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Congressional Forum to Investigate 'Epidemic of Violence' Against Trans People

Congressional Forum to Investigate 'Epidemic of Violence' Against Trans People


Members of the LGBT Equality Caucus announced they will form a Transgender Equality Task Force to end bias-motivated violence against trans people. 

As the transgender community prepares to mark one of its darkest days on the calendar -- the Transgender Day of Remembrance -- members of the House LGBT Equality Caucus announced this morning they will hold the first-ever congressional forum on violence against transgender people next week.

The congressional forum is set for Tuesday afternoon and will follow a morning press conference held by the LGBT Equality Caucus to officially launch a Transgender Equality Task Force.

Rep. Mike Honda of California -- whose granddaughter is trans -- said in a statement he will chair this effort to raise awareness of the issues facing the transgender community.

"This week, as we seek to raise awareness of the issues facing the trans community, it is important to renew our commitment to help trans individuals be free of the fear of violence or bullying just for being who they are," said Congressman Honda. "It is my hope that by launching this workforce and holding a first-ever forum, we will reach some of my colleagues and encourage them to stand with the trans community. It is only through social change that we can truly elevate the conversation in this country and reach a place of true understanding and embrace all people for who they are."

To date, 21 trans women have been murdered in the United States since January, almost double the number of trans murders in all of 2014. Most of this year's victims were trans women of color.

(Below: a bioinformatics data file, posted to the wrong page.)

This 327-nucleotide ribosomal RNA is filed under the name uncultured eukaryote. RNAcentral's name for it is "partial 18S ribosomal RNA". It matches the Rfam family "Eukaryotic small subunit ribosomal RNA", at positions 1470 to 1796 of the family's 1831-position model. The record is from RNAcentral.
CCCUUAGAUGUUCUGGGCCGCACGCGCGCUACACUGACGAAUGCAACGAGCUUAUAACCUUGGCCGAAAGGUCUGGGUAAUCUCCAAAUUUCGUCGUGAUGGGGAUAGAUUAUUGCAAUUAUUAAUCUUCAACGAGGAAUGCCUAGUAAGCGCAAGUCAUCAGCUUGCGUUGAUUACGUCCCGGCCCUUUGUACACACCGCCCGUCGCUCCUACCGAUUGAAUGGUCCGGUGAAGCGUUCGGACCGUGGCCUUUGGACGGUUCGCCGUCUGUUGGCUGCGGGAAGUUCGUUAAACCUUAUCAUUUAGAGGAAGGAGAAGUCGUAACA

The move by members of the House to address this issue won praise from the Human Rights Campaign, which is scheduled to participate in the forum:

"Imagine fearing for your life every day. That nightmare is a reality for far too many transgender women, a nightmare that deserves national attention," said HRC president Chad Griffin. "At least 21 transgender people -- almost all women of color -- have been murdered this year. Today, transgender women are more than four times as likely to be murdered in the U.S. than other women. This forum will bring together a coalition of families, advocates, lawmakers, and other leaders to address the realities that conspire to put transgender people at risk. We are proud to be a part of this work and hope this forum will lead to greater collaboration and action to help end this epidemic of violence."

The other members of Congress who will take part in the panel on the impact and causes of transgender violence chaired by Honda are Rep. David Cicilline, Rep. Barbara Lee, and Rep. Joe Kennedy.

They will hear from panelists who include La La Zannell of the Anti-Violence Project and a survivor of violence, Laura Sorenson and Morris Home, the leaders of a drug and alcohol treatment facility dedicated to serving the transgender community, and Joanna Cifredo, a writer, advocate, organizer and a survivor of violence.

Another panel on policy and how to end bias-motivated violence against transgender people will be chaired by Rep. Jared Polis, cochair of the LGBT Equality Caucus. Members joining him are Rep. Mark Pocan, Rep. Mark Takano, Rep. Mike Quigley, and Rep. Alan Lowenthal.

They will hear testimony from Chad Griffin of HRC, Mara Keisling of the National Center for Transgender Equality, Kylar Broadus of the Trans People of Color Coalition, and Sharon Lettman-Hicks of the National Black Justice Coalition.

Also this morning, HRC and the Trans People of Color Coalition released an updated report on what Griffin and Rep. Honda called the "epidemic of violence" against transgender people - particularly transgender women of color., that was timed to coincide with the announcement of the forum.

The joint report focuses on the realities, challenges, and solutions for policy makers and community advocates in addressing anti-transgender violence.

"The LGBT community has long counted on our non-LGBT allies to stand beside us in the fight for equality; and right now, the transgender community needs allies more than ever as we fight for our very survival," said Broadus. "We are proud to partner with HRC on this work, and we ask all of our cisgender lesbian, gay, bisexual, and straight friends, loved ones, and supporters to stand up against the continuing stigma and discrimination that is killing transgender people of color at alarming rates."

Click here to read the joint report from HRC and TPOCC.

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